Published: 28 February 2022

Is God Responsible For Evil?

God Responsible For Evil

There is a statement in Genesis 22 which is related to the assertion that God is responsible for evil. Before I share with you what that statement in Genesis 22 is (in the next post), allow me to tell you a little story of one of the most puzzling theological challenges I have ever wrestled with.

Many years ago a friend presented me with a problem in logic and theology that took me months to sort out. A fellow soldier in the US Army posed a challenge that I was ill prepared for. My friend’s name was Demetrios. We worked together and we were also roommates in the barracks. This provided us with many hours of time to talk. 

Demetrios did not believe in God and presented points of view I had never been exposed to before. We spent a great deal of time debating science, philosophy, the Bible, you name it. We were soldiers with time to kill and we made the most of our conversations. I truly enjoyed his company and our debates.


One day while discussing the origins of sin and evil he made the startling claim that God is responsible for evil. Demetrios was a very smart young man and he always had a reason for his opinions. I could not fathom how he had reached this conclusion, so I asked him to explain. 

Demetrios started by asking me if God knows everything to which I answered, “yes.” He then asked if God created Adam and Eve knowing in advance they would sin. Again, I answered “yes.” Demetrios then said, “God knew ahead of time that Adam and Eve would sin and created them anyway. Therefore God is responsible for evil. It was God who unleashed evil into the world.” This argument stunned me. I offered some lame rebuttals, but even as I voiced them I knew they didn’t refute his argument.  

Demetrios’s syllogism

The argument that Demetrios made was in the form of a syllogism. A syllogism is a logical argument based on a major premise and a minor premise and a conclusion. If the major and minor premises are true, and the conclusion is logically derived from the premises, the argument is valid. Here is an example:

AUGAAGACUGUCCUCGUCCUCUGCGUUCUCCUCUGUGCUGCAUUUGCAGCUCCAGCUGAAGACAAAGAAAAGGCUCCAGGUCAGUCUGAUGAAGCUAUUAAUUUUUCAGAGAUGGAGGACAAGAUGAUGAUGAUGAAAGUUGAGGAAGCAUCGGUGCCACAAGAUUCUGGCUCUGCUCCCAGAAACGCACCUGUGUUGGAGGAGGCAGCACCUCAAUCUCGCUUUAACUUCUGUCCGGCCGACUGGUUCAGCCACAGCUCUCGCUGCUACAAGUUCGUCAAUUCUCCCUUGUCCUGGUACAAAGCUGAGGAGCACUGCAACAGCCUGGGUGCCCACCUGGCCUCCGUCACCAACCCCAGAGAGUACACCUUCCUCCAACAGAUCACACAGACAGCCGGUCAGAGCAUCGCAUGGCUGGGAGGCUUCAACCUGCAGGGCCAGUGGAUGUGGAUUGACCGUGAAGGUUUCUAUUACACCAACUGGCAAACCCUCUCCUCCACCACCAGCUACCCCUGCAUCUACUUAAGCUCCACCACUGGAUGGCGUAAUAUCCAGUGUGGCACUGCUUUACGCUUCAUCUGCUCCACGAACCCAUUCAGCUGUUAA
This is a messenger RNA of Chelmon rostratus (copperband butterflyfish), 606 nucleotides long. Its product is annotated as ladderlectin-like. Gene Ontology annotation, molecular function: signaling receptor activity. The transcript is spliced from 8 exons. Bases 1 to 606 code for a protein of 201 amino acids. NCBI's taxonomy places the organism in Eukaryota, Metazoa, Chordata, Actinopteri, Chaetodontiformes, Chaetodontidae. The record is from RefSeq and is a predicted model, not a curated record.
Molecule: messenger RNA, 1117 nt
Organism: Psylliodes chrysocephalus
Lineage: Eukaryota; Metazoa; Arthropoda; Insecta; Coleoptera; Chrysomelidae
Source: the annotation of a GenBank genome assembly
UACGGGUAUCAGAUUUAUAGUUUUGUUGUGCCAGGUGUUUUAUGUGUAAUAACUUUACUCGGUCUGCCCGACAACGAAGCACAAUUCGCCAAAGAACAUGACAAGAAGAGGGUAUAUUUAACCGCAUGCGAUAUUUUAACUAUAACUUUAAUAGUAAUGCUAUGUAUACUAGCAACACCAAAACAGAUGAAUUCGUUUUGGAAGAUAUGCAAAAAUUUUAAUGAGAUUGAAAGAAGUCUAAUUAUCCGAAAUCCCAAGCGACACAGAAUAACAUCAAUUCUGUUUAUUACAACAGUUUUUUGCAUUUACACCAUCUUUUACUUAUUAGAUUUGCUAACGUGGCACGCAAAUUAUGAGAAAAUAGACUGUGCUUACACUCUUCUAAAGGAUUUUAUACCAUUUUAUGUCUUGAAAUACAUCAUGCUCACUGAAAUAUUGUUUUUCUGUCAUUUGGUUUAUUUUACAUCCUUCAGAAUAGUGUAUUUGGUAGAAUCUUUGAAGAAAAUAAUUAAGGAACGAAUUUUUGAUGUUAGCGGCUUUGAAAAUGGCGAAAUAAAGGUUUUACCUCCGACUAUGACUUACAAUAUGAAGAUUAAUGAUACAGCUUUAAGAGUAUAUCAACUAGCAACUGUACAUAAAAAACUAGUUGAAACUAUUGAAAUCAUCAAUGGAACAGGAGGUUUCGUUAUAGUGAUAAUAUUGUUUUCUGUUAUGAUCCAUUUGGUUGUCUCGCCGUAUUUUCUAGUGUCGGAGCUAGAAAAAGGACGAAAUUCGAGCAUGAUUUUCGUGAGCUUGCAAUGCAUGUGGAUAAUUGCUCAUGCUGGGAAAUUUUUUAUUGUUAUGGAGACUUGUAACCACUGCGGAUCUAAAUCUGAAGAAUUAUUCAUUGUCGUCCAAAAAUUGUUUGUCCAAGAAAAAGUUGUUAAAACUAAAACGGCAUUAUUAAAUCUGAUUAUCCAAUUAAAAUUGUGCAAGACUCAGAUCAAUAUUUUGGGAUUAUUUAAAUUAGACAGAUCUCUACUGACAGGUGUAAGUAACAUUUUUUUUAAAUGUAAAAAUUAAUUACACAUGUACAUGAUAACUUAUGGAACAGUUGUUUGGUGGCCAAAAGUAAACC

Major premise: All dogs are animals.
Minor premise: All collies are dogs.
Conclusion: Therefore, all collies are animals.

As you can see, both the major and minor premises are true and the conclusion is not in error. Therefore the argument is valid. Here is Demetrios’s argument formatted as a syllogism.

Major premise: God knows everything including all future events.
Minor premise: God created humans who sinned.
Conclusion: Therefore, God is responsible for introducing sin into the world.

Is the argument valid? We’d have to show that either the major or minor premise is false, or that the conclusion is not logically derived in order to invalidate the argument. The conclusion forces us to accept that God is responsible for all of the evil and sin in the world unless we can invalidate the argument. If this is the case, it is hardly right or fair for Him to hold us responsible for our actions. Why punish us with hell and eternal death if God is the ultimate cause of evil?

Then as now, I could not conclude that the God we read about in the Bible could be the source of evil. God is the very definition of purity and goodness, so how can bad come from good? The conclusion was unacceptable, but did not appear to be false. The major premise and the minor premise appeared to be factual. I could not accept this argument. Yet, if God created us knowing ahead of time we’d sin, I couldn’t deny that He was responsible for evil.

Is there a flaw in the argument?

How would you attempt to refute this argument? I have told this story to several people over the years and the responses are similar. Some say that it wasn’t God’s fault that Adam sinned. It was Adam and Eve’s decision, not God’s. However, God created humans knowing they would sin so the responsibility would still be God’s. Others say evil originated with the serpent in the garden and therefore the devil was the source of evil. Who created the serpent? God created the angels who rebelled including the devil, so again, the responsibility lies with God. 

To make a long story short, I don’t recall a single Christian that I’ve shared this proposition with ever resolving it. Their attempts to resolve this problem were pretty much like my own in the beginning. When I share my conclusion with them, I think they are usually as troubled by my answer as they are the problem. This is because they have the same basic assumption that I did. This assumption seems like an unquestionable truth, but the Bible itself undermines that assumption. 

Is God Responsible For Evil?

There is a flaw in the syllogism. A fundamental assumption (that nearly all Christians have) blinded me. Because of this, it took me months to uncover the problem in this argument. Do you see the flaw? If you don’t, wrestle with it a while before you read the next post to see what you come up with.